Compressed Hare

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COMpressed Hare
Compressed Hare Lobby Card.PNG
Lobby card
Directed byChuck Jones
Maurice Noble
Produced byDavid H. DePatie
Story byDave Detiege
StarringVoice characterizations:
Mel Blanc
Music byMusic directed and orchestrated by:
Milt Franklyn
Animation byCharacter animation by:
Ken Harris/Richard Thompson
Bob Bransford/Tom Ray
Effects animation:
Harry Love
Layouts byCharacter and background layout:
Maurice Noble (uncredited)
Assistant character and background layout:
Corny Cole
Backgrounds byBackground co-paint:
Philip DeGuard/William Butler
Color processTechnicolor
Distributed byWarner Bros. Pictures
The Vitaphone Corporation
Release date
July 29, 1961 (USA)
Running time
7 minutes

Compressed Hare is a Merrie Melodies cartoon directed by Chuck Jones and featuring Bugs Bunny and Wile E. Coyote (in their fourth pairing), released on July 29, 1961. This is the final first-run Golden Age short in which Wile E. Coyote speaks, although he speaks again in the Adventures of the Road Runner featurette from a year later.


Wile E. Coyote leaves a telephone at the hole of his neighbor, Bugs Bunny. He calls from his cave, asking to borrow a cup of diced carrots. Bugs' whiskers twitch as he sarcastically looks at the Coyote's mailbox ("Wile E. Coyote - Genius"), and realizes what he's up against. He then mocks him: "Are you in, genius? Are you in, capable? In, solent? In, describable? In, bearable?..." Wile E. grabs Bugs, ties him to a stake and prepares to complete his rabbit stew, but Bugs gets the upper hand by hopping on the floorboards, setting off a wine cork that, after it ricochets around the room, triggers Wile E.'s Murphy bed to open, crushing the Coyote into the floor, with only his head sticking out (ll to the tune of Raymond Scott's Powerhouse). Bugs makes his getaway and hops back to his hole.

Wile E. then tries a vacuum cleaner to suck up the rabbit, getting a dynamite decoy instead (before the decoy explodes, he says, "Well, well, the boy has talent"), a cannon shot, which Bugs re-directs at the Coyote thanks to some underground pipes (Coyote: "But how? Well, even a genius can have an off-day"), and "Quick-Drying Cement". The cement dries into a cylindrical block. As Wile E. laughs, saying, "What a wonderful way to cement a friendship.", he runs right into the block, which tips over on top of him. Bugs then pops out and says, "Well, now he has concrete evidence that I'm a good neighbor".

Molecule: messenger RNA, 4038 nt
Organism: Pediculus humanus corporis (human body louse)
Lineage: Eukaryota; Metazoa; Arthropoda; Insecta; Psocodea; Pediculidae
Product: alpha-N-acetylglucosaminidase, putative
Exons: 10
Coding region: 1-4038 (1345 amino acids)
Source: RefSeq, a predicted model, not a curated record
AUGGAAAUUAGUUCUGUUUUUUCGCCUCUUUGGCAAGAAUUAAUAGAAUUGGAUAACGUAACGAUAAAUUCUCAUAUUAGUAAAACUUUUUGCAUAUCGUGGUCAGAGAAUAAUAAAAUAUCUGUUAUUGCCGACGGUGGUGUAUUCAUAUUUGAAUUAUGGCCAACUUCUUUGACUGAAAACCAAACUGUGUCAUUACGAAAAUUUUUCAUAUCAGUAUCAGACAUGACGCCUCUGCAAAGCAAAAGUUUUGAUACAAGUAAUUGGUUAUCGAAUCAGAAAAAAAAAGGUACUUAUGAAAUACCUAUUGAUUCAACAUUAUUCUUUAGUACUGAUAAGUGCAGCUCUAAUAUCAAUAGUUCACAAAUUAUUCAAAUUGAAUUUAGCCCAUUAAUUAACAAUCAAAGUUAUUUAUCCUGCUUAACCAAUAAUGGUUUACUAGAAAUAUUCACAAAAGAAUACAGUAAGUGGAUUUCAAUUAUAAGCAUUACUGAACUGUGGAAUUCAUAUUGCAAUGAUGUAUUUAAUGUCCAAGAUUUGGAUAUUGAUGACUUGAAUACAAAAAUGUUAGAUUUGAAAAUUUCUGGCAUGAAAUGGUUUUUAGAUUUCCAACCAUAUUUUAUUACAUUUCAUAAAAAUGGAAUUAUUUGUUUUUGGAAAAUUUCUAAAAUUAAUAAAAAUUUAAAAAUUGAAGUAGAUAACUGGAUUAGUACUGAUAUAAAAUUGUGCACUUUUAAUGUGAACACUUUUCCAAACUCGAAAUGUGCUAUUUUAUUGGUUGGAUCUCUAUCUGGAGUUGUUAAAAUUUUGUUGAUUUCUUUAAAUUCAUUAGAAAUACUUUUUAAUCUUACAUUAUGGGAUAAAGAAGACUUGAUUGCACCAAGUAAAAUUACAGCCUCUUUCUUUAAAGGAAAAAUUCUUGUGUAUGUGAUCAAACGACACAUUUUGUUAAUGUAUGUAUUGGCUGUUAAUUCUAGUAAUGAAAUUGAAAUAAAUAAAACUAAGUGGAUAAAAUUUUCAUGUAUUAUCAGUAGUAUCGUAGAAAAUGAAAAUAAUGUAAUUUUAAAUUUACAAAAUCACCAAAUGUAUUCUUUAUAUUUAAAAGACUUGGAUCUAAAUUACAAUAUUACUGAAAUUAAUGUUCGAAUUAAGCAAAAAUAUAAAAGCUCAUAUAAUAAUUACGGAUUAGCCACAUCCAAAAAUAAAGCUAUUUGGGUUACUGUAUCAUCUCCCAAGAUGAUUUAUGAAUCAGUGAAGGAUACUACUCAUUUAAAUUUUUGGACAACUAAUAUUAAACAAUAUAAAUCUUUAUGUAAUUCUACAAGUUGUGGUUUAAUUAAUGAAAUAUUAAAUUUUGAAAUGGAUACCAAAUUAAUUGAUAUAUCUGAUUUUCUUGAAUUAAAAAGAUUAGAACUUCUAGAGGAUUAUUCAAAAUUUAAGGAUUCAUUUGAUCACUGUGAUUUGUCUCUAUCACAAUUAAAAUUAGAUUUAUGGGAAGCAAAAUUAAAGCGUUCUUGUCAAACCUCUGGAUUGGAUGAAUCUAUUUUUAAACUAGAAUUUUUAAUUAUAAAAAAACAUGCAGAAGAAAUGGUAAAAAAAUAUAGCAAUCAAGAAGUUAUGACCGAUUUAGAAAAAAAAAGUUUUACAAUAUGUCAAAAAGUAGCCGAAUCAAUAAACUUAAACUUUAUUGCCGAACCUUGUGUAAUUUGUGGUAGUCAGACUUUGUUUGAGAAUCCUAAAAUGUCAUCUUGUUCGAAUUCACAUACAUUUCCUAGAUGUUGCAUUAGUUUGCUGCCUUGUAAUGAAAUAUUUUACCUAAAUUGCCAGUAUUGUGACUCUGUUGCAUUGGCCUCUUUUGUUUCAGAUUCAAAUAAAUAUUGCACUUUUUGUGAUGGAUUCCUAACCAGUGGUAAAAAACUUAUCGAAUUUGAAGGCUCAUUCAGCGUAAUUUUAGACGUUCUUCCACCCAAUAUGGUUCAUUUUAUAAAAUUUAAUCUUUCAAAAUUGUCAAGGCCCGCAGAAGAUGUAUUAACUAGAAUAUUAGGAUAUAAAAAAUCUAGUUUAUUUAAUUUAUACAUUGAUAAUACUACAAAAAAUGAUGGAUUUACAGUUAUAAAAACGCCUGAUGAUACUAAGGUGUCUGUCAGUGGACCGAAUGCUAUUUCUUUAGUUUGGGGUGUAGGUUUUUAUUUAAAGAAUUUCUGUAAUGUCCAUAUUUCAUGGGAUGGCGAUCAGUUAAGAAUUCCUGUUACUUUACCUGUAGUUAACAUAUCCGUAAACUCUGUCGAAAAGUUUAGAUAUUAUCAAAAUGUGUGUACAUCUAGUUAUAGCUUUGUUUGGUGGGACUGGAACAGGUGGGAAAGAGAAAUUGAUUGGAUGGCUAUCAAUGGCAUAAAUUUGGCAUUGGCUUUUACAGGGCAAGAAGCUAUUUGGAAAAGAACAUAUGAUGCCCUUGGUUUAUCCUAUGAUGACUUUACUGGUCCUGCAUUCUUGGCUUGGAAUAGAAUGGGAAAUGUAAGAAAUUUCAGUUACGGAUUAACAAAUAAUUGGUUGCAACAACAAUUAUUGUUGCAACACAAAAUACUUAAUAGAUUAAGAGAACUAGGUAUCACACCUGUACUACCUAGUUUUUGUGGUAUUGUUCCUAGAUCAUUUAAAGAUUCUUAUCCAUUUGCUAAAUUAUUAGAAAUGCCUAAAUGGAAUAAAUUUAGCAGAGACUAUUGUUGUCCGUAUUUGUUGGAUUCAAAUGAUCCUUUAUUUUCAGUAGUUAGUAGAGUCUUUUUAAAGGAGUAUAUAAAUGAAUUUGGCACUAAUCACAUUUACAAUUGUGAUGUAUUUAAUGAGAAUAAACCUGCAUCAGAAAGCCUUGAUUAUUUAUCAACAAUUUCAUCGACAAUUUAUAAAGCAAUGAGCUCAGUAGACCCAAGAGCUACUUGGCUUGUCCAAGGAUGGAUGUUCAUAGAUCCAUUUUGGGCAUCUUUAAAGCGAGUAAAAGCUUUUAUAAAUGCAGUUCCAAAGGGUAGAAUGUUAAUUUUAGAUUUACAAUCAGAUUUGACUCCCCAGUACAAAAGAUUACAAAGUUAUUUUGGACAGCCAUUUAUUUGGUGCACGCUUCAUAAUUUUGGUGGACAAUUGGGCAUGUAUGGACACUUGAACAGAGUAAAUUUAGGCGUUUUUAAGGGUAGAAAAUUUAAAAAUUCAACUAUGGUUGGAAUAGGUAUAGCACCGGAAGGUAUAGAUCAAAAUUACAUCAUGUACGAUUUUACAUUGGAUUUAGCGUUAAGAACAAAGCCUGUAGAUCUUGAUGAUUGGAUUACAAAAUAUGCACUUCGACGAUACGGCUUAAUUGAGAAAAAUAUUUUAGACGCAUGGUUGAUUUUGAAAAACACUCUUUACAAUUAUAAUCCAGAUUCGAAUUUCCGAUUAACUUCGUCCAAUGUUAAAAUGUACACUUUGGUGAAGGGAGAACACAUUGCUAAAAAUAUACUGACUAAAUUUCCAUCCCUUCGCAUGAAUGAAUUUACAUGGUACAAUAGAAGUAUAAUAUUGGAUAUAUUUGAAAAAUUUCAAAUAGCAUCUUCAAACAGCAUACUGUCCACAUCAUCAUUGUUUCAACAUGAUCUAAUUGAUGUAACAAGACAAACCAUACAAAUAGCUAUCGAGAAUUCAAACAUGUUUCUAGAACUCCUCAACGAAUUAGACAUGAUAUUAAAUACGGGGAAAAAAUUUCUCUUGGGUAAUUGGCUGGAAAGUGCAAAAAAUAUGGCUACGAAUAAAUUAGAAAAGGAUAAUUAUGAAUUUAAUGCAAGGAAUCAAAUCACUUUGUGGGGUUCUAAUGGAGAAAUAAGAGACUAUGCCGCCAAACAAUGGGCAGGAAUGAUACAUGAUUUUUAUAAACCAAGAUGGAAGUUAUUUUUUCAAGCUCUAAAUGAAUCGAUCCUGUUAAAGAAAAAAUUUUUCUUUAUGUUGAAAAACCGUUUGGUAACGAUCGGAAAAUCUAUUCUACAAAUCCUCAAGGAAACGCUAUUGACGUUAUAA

The final attempt is a 10 billion-volt electric magnet, which Wile E. Coyote turns on after leaving a metal carrot in Bugs' hole (hoping the bunny can eat the carrot and then be pulled by the magnet to his waiting predator). Bugs tricks him and sends the carrot right back at Wile E. Bugs' mailbox is also pulled towards the magnet, hitting Wile E. right in the face. To further batter the Coyote, Bugs throws out an iron, a frying pan, a garbage bin, and a mallet, as well as his bed and kitchen stove, all of which are attracted to the magnet. However, neither Bugs nor Wile E. expect the magnet to attract everything else with metal properties (including barbed wire, horse shoes, street lamps, kettles, cars, signs, bulldozers, iron fences, buses, an ocean liner, the Eiffel Tower, satellites, and, finally, the Mercury rocket trying to blast off into space) their way. The Mercury rocket lodges itself in Wile E's cave and explodes, along with everything else the magnet attracted, blasting Wile E. Coyote into oblivion as Bugs watches from his hole. Bugs remarks "One thing's for sure: we're the first country to get a coyote into orbit."


  • Friedwald, Will and Jerry Beck. "The Warner Brothers Cartoons." Scarecrow Press Inc., Metuchen, N.J., 1981. ISBN 0-8108-1396-3.

External links[edit]

Preceded by
The Abominable Snow Rabbit
Bugs Bunny Cartoons
Succeeded by
Prince Violent